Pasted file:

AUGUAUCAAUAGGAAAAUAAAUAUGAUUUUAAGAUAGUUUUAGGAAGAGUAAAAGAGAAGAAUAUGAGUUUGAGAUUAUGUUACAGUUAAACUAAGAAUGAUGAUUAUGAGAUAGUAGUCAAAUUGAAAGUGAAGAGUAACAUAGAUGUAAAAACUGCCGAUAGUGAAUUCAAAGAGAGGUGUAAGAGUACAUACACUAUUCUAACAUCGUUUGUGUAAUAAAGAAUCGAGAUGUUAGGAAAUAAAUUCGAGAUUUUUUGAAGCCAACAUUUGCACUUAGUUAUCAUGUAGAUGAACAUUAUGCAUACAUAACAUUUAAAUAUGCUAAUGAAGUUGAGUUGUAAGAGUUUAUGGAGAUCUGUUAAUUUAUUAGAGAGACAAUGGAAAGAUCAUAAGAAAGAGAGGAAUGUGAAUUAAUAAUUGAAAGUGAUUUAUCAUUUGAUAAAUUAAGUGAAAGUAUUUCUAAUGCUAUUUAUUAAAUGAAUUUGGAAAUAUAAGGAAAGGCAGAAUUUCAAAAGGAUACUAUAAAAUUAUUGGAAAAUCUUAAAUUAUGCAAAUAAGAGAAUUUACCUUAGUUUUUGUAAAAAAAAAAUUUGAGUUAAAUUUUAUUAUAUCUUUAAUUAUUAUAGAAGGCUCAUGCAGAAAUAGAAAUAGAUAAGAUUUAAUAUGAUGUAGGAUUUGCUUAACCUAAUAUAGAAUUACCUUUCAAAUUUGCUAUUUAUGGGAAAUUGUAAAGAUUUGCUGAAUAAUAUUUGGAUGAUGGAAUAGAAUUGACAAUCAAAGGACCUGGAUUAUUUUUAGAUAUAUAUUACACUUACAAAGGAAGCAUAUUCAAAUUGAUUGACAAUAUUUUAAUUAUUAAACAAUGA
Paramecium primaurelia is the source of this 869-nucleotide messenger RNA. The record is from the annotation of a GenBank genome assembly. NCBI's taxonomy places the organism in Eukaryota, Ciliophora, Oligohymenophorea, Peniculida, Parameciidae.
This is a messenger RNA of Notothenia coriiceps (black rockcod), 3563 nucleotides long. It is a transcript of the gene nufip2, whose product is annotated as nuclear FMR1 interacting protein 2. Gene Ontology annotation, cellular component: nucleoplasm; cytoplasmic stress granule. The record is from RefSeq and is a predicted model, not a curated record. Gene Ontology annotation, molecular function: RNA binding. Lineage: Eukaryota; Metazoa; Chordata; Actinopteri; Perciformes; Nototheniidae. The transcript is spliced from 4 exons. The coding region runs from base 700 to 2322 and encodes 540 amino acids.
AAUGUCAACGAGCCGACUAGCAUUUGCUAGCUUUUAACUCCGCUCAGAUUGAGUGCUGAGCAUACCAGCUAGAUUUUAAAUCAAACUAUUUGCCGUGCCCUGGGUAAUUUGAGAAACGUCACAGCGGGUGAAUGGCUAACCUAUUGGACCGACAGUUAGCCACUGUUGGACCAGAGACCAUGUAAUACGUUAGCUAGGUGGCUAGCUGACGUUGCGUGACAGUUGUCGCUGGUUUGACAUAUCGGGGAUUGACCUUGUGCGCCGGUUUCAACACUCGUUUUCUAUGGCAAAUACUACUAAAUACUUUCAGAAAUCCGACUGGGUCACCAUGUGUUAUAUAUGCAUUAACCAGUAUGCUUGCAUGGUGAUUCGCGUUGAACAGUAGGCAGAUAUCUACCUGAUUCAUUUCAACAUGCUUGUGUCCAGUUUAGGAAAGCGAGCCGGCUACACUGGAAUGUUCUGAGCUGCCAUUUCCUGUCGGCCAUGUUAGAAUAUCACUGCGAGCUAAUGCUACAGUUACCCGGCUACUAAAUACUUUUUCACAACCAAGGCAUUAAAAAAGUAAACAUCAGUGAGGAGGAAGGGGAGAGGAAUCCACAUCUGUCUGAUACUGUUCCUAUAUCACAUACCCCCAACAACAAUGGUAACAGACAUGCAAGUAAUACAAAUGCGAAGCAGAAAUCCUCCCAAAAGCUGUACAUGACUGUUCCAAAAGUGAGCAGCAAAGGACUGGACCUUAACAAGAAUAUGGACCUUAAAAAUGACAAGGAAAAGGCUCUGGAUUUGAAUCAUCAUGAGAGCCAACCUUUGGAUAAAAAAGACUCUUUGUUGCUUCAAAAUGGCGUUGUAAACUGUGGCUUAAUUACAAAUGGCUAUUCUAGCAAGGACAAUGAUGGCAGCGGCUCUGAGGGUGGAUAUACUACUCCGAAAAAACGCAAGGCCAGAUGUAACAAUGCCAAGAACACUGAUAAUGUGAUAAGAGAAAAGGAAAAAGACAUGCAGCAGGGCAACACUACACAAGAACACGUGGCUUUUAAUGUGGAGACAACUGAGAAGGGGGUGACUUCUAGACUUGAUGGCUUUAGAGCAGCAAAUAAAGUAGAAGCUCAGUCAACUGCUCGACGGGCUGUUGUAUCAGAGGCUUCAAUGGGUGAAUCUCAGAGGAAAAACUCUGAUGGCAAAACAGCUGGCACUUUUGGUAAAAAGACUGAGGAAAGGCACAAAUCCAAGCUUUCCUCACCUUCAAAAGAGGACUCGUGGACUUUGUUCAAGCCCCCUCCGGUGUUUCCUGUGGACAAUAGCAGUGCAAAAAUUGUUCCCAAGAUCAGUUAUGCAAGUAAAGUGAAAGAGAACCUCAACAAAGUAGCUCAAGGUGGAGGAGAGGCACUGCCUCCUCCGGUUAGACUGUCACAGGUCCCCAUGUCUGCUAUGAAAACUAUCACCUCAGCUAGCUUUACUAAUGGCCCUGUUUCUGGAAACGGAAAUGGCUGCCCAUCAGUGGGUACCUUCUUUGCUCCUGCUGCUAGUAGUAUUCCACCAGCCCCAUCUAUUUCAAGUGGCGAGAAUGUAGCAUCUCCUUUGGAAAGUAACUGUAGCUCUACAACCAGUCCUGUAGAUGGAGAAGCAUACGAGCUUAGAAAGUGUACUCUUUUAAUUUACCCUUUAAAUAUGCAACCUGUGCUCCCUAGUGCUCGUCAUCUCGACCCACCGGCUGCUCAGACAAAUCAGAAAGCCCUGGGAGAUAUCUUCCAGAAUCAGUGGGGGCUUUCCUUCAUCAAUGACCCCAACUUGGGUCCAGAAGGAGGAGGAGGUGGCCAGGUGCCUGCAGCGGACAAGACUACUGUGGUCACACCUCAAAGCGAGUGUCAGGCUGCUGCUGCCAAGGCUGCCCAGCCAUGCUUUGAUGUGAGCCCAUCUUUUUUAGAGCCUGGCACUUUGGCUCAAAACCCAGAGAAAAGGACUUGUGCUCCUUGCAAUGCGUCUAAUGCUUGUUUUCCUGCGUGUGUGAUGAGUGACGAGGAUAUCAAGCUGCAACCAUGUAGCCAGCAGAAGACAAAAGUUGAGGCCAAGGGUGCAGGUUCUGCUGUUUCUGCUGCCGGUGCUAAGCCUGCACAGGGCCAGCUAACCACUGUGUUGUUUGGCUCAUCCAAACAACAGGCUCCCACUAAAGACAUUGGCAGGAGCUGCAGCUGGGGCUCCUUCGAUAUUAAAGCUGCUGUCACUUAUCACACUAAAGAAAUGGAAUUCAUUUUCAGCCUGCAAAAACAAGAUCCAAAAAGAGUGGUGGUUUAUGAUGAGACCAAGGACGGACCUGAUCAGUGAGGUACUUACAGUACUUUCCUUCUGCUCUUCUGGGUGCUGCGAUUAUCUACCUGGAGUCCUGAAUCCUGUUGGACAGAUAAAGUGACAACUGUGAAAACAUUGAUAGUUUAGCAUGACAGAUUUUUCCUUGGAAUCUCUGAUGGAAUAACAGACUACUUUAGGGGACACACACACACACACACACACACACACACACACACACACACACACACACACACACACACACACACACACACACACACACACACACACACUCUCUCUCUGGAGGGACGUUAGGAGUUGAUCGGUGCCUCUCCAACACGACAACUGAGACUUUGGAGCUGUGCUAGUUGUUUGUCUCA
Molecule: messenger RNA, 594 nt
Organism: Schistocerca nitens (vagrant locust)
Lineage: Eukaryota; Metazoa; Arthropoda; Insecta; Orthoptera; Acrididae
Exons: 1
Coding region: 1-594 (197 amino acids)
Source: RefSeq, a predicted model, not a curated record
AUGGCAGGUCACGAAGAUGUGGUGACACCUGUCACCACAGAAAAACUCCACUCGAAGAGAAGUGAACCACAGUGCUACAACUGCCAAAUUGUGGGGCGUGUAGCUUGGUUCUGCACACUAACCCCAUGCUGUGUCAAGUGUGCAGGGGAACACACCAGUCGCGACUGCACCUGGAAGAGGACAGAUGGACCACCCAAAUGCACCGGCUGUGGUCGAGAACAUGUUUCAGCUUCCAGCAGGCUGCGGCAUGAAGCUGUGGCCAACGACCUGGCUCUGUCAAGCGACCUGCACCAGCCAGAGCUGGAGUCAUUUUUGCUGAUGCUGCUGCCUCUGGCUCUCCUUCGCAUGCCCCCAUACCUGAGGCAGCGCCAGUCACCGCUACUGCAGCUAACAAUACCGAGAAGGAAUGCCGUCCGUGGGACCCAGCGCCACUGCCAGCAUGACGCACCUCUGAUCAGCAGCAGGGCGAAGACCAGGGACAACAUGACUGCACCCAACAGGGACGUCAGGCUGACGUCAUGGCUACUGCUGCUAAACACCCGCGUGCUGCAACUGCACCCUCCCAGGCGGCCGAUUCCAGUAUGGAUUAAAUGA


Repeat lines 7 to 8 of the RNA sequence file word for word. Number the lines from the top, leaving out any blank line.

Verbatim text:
Lineage: Eukaryota; Metazoa; Arthropoda; Insecta; Orthoptera; Acrididae
Exons: 1